MELISSA BLOCK, host:
Ethanol is just one of many alternative energy sources that come up in a conversation about climate change. We've been reporting recently on the presidential candidates' positions on issues, and climate change is one issue where John McCain and Barack Obama don't disagree on much.
Here's NPR's David Kestenbaum.
DAVID KESTENBAUM: If you're trying to figure out who to vote for, the climate change issue may not be much help. For instance, here are the candidates on the importance of the issue.
Senator JOHN McCAIN (Republican, Arizona; Presidential Candidate): The facts of global warming demand our urgent attention.
KESTENBAUM: John McCain says urgent, Barack Obama…
Senator BARACK OBAMA (Democrat, Illinois; Presidential Candidate): One of the most urgent challenges of our generation.
KESTENBAUM: …also urgent. When they paint a picture of a warmer world, it seems like they might even have the same speechwriter.
Sen. McCAIN: In the years ahead, we're likely to see reduced water supplies.
Sen. OBAMA: In record drought, famine, forest fires.
Sen. McCAIN: More forest fires than in previous decades.
KESTENBAUM: It's not unusual for candidates to agree on the problem. The devil is always in the details in how you plan to fix things. And both candidates have laid out plans.
Here's John McCain.
Sen. McCAIN: And this is the proposal I will submit to Congress if I'm elected president, a cap-and-trade system to change the dynamic of our energy economy.
KESTENBAUM: Cap-and-trade is this idea to limit cap, the total amount of greenhouse gases the country emits and let the free market figure out the best way to make it happen. Barack Obama's proposal?
Sen. OBAMA: As president, I will set a hard cap on all carbon emissions.
KESTENBAUM: The same thing. There are some differences.
Under a cap-and-trade, major emitters have to get permits for the greenhouse gases they put out. The government makes sure there is a shortage of permits, so somewhere someone has to cut back on emissions. The question is who gets the permits from the government? And that's a big question. The value of the permits could be hundreds of billions of dollars a year a decade from now.
McCain favors giving away some permits initially to ease the transition and auctioning others. Obama wants to auction them all off. Obama also favors a slightly more aggressive target for emissions reductions, which would mean fewer permits to go around. Surrogates from both campaigns faced off last month to talk about climate change.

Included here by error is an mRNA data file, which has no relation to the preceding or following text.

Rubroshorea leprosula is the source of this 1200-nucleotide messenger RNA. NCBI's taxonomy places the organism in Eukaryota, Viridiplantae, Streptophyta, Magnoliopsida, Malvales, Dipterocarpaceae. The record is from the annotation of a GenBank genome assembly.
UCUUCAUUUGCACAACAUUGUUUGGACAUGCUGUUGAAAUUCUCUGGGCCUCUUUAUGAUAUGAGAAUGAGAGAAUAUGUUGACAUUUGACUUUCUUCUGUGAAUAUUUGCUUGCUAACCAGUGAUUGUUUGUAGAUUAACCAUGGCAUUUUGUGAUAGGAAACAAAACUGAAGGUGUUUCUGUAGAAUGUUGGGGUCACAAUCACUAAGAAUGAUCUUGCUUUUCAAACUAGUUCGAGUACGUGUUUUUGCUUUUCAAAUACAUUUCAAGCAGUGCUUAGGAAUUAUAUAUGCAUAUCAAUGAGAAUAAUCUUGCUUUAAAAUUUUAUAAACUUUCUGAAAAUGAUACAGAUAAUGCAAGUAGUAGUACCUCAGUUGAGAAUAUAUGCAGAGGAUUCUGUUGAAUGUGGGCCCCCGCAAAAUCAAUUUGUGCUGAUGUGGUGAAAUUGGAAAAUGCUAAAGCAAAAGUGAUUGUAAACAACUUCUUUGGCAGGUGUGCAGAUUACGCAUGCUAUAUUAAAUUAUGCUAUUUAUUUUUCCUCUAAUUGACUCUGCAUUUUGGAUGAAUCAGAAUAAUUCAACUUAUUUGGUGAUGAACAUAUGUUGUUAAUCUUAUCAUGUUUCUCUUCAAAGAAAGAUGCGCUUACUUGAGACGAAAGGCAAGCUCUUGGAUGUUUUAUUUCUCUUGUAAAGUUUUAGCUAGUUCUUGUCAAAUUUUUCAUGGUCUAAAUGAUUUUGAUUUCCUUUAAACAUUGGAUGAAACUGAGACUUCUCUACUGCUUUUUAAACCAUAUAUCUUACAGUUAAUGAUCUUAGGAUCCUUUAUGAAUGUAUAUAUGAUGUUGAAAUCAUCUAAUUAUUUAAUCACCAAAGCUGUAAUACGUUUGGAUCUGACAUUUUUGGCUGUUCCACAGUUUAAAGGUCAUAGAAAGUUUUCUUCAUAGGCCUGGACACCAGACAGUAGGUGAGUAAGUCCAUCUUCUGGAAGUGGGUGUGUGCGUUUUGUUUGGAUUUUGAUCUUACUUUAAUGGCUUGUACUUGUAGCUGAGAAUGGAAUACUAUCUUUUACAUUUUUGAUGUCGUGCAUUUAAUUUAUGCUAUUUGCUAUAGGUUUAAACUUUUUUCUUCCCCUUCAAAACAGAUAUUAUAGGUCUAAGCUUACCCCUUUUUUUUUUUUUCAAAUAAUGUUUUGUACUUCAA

Ken Berlin came to represent the Obama campaign and he tried to find some space between the candidates' positions.
Mr. KEN BERLIN (Co-author, "Global Warming and the Future of Coal"): They both support a cap-and-trade system. When you go beyond that, there are pretty substantial differences in the policies they propose.
KESTENBAUM: James Woolsey, former head of the CIA, represented McCain. But the two speakers barely raised their voices. McCain likes nuclear, Obama not so much. Obama favors ethanol subsidies, McCain doesn't. And for the most part, the candidates are not trying to fight each other on climate change. They're trying to show how different they are from someone else, President Bush.
Here's John McCain.
Sen. McCAIN: As president, I will not shirk the manual of leadership that the United States bears. I will not permit eight long years to pass without serious action on serious challenges. I will not accept the same dead end, a failed diplomacy that claimed Kyoto. The United States will lead.
KESTENBAUM: Barack Obama also promises a big change at the White House.
Sen. OBAMA: From the moment I take office, I will invite the world back to Washington and let it be known that the United States of America is ready to lead again.
(Soundbite of applause)
Sen. OBAMA: That we are…
Mr. JOE ALDY (Economist, Resources for the Future): Well, I think, when we compare the two candidates, there are very minor differences on climate change policy.
KESTENBAUM: This is Joe Aldy, an economist at the think tank Resources for the Future.
Mr. ALDY: One can quibble with some of the details, but at end of the day, the difference between them will get washed out in any negotiation, I would expect, between the next president and the Congress.
KESTENBAUM: The candidates share one other talking point. Actually, it's a non-talking point.
In the near term, the cap-and-trade system will raise the price of energy and of gasoline. Obama doesn't like to talk about that and neither does McCain.
David Kestenbaum, NPR News.
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